October is Breast Cancer Awareness month and along with a diagnosis of breast cancer comes some very strong psychological reactions. These affect the patient as well as family members. The initial reaction to a diagnosis of breast cancer can vary from individual to individual depending on coping styles, age of the patient, pre and post-operative expectations, and psychological functioning. Many patients experience reactions of anxiety, grief, hopelessness and helplessness.
The proliferation of the synthetic hallucinognes contuines. Although there has been recent legislation and initiative to limit availability of synthetic drugs, they continue to be seen in southeastern Michigan. There are reports, some confirmed, some not, of domestic violence associated with these substances. Spice is marketed under a number of different names including; K-2, Black Mamba, Red X Dawn, and Blaze. These drugs have been outlawed throughout the country and Michigan is following suit.
The Journal of Child and Adolescent Psychiatry recently published a survey of 10,000 adolescents. The study found nearly one in five children meet criteria for a psychiatric disorder. Many times these disorders persist across their lifespan. The most common conditions were anxiety and behavioral disorders, closely followed by mood disorders. Nearly 11.4% had substance use disorders.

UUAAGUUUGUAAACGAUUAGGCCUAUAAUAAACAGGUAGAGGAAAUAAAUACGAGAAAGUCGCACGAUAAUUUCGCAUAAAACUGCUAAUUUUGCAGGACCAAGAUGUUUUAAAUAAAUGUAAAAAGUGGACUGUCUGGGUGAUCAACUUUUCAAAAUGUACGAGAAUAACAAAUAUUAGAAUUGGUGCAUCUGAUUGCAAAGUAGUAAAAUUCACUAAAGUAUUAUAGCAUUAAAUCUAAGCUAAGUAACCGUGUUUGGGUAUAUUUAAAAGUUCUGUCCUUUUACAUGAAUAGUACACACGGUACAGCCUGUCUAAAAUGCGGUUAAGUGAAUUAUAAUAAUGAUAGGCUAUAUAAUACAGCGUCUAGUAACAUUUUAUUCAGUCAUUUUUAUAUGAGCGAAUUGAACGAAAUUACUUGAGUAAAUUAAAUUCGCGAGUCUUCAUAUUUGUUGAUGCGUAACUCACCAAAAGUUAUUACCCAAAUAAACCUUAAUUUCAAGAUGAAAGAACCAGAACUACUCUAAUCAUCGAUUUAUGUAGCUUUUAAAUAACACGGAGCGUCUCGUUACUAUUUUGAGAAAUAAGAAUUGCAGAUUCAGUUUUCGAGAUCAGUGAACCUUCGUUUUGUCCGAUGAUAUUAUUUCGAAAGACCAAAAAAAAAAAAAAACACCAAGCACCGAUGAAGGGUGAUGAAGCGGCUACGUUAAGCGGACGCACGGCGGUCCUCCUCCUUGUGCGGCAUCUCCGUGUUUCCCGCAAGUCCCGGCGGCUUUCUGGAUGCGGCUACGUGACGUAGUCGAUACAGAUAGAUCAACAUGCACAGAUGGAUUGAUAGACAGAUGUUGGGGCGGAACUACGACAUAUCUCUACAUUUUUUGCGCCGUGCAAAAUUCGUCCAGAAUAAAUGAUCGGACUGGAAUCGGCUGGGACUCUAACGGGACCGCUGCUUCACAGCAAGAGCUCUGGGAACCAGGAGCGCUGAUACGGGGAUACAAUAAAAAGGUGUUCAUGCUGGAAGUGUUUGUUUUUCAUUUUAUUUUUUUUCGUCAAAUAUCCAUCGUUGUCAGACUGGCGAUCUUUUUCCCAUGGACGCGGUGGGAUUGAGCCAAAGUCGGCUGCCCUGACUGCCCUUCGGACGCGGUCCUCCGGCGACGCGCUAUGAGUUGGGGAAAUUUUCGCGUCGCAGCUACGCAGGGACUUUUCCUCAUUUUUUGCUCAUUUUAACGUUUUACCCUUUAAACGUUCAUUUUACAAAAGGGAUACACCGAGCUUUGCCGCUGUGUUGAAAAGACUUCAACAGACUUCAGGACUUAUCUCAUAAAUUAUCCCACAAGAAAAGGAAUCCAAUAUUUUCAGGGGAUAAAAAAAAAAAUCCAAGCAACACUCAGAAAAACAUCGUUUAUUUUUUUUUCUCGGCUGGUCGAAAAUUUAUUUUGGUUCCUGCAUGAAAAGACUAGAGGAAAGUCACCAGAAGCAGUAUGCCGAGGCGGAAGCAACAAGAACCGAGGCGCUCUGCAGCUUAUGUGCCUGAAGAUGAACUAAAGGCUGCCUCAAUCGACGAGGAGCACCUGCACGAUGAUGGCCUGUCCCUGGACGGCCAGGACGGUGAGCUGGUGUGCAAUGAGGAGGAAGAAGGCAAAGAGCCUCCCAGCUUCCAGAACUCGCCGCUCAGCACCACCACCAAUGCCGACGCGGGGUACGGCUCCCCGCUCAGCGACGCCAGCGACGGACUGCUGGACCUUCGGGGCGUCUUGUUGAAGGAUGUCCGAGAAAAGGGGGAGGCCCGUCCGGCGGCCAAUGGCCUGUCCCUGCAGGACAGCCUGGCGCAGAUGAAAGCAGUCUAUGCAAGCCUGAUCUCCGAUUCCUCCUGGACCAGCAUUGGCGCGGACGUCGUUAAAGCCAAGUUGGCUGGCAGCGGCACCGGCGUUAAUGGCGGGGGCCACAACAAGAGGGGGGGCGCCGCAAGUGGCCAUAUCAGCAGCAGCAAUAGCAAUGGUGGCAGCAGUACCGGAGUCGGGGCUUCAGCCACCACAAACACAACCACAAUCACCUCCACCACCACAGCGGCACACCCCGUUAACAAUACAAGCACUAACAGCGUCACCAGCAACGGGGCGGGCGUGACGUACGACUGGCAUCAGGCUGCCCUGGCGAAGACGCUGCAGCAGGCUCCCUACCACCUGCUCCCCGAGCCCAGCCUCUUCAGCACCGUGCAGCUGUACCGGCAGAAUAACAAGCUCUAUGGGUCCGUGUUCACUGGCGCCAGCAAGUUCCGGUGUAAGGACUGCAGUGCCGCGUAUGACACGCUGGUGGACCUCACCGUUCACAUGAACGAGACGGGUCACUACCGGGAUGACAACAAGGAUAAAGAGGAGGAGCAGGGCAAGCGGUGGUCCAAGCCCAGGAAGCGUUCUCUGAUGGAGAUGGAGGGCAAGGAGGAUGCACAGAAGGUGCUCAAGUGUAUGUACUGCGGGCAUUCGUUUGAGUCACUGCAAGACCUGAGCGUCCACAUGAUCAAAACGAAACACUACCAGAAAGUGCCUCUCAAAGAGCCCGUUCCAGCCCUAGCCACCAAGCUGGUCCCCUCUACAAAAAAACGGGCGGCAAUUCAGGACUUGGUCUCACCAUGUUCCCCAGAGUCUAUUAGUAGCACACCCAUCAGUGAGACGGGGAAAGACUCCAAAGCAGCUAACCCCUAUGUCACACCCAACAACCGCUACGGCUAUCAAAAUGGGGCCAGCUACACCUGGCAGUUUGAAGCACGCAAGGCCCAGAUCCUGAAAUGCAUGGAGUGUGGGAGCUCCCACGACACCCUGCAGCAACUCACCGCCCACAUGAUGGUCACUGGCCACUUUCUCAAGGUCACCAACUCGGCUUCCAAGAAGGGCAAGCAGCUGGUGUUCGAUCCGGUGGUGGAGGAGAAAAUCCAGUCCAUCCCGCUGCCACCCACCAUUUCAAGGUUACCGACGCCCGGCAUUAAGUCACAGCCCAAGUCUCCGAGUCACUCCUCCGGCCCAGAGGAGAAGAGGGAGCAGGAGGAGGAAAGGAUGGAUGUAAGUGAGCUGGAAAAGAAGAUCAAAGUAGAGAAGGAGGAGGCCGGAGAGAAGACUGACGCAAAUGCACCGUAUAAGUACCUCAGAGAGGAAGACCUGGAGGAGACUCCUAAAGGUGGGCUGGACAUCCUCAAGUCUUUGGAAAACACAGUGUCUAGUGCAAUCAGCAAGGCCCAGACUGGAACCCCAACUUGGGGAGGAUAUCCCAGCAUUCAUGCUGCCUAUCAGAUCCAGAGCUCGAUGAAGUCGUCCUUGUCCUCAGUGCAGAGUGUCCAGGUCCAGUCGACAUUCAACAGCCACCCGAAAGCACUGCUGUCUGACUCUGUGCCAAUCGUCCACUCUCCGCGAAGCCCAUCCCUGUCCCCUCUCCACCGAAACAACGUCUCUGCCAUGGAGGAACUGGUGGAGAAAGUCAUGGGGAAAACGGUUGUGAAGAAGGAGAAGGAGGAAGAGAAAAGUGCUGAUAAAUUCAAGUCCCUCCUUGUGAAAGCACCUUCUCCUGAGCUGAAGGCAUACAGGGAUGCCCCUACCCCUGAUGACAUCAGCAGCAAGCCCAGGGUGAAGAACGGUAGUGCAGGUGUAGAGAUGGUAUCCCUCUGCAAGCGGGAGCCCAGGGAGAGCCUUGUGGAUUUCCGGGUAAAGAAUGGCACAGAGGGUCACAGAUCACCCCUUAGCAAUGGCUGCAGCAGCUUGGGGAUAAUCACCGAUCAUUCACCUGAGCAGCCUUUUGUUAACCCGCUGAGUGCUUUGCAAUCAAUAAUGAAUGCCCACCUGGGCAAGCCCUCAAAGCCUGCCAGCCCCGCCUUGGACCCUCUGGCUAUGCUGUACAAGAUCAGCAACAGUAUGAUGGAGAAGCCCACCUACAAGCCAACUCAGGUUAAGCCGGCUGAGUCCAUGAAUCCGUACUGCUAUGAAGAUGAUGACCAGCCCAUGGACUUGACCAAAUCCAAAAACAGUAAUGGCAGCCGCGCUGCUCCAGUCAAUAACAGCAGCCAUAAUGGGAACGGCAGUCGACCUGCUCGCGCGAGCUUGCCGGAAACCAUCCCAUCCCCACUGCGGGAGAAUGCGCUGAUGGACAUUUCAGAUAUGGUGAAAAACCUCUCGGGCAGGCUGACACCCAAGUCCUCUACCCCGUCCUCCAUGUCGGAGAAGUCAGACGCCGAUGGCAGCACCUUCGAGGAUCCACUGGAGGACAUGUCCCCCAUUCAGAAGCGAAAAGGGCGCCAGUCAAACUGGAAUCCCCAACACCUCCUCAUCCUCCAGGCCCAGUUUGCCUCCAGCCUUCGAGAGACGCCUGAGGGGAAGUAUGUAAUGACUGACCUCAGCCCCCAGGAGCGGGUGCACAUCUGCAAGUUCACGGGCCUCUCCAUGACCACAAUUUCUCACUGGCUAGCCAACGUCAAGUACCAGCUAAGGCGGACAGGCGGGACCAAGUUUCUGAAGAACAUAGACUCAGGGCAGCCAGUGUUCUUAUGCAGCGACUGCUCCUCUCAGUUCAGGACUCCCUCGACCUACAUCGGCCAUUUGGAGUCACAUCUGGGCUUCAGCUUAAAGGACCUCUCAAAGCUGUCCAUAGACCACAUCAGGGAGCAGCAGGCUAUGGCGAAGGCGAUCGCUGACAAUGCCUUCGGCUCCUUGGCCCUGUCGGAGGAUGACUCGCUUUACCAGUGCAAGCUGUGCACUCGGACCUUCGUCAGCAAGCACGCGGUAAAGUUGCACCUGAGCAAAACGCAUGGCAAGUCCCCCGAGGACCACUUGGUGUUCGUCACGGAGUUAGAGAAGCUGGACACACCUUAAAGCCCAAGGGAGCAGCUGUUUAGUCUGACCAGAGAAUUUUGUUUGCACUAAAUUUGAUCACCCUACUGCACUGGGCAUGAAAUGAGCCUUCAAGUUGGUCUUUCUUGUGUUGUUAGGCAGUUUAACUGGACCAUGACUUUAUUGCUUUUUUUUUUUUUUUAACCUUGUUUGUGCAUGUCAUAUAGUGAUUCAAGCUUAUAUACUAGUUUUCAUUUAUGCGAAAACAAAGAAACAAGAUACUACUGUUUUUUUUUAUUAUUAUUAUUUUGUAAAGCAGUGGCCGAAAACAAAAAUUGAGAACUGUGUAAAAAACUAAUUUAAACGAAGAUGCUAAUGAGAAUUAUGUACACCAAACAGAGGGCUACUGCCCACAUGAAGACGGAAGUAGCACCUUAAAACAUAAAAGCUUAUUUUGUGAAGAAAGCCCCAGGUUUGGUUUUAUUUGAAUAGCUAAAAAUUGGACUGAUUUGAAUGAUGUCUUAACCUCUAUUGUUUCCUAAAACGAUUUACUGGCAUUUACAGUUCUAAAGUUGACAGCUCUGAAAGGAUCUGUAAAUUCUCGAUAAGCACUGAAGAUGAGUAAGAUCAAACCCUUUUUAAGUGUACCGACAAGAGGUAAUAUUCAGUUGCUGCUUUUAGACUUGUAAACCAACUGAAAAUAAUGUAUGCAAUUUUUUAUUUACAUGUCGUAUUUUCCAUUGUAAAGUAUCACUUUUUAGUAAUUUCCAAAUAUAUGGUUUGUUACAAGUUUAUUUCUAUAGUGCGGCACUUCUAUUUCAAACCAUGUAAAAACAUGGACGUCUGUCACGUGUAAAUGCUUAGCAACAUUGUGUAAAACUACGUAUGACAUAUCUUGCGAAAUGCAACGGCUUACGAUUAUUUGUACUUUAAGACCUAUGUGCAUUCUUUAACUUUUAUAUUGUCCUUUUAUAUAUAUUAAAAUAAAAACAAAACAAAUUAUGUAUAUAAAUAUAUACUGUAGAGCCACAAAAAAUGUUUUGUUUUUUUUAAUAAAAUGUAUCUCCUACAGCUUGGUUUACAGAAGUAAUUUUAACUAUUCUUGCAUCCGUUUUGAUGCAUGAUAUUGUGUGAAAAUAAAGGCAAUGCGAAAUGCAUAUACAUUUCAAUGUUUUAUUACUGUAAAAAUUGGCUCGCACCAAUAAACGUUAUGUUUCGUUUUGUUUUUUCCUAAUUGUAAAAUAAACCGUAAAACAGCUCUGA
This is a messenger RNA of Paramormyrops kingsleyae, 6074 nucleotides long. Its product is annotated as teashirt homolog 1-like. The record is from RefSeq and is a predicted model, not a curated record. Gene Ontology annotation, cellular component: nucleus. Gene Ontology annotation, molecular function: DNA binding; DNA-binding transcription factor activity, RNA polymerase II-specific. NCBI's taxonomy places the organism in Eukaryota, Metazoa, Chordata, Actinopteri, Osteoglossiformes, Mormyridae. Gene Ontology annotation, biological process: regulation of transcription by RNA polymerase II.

Did you know that the Rochester Center for Behavioral Medicine is an active clinical research site? Which begs the question…just what IS clinical research? Many potential participants may write it off due to a lack of understanding, which is unfortunate because clinical research is a valuable treatment offering and provides close attention and cutting edge care to those in need. Our medical director and primary investigator, Joel L. Young, M.D., is in charge of all medical care. Our staff of 4 clinical coordinators work closely with all study participants from the beginning to the end of the trial.
For many families, and certainly many students, the summer represents a time of relaxation and recharging your batteries. Indeed it should be. Still, summer is a perfect opportunity to work with your doctor to improve your child’s ADHD medicine. This is the time to optimize the dose, perhaps try new medications, or terminate medications. These changes might not be undertaken during the school year due to potential interference with academic performance or school behavior. Personally, I dislike starting or changing medications in late August or September because it interferes with the first weeks of school. July and August are great months to do this work.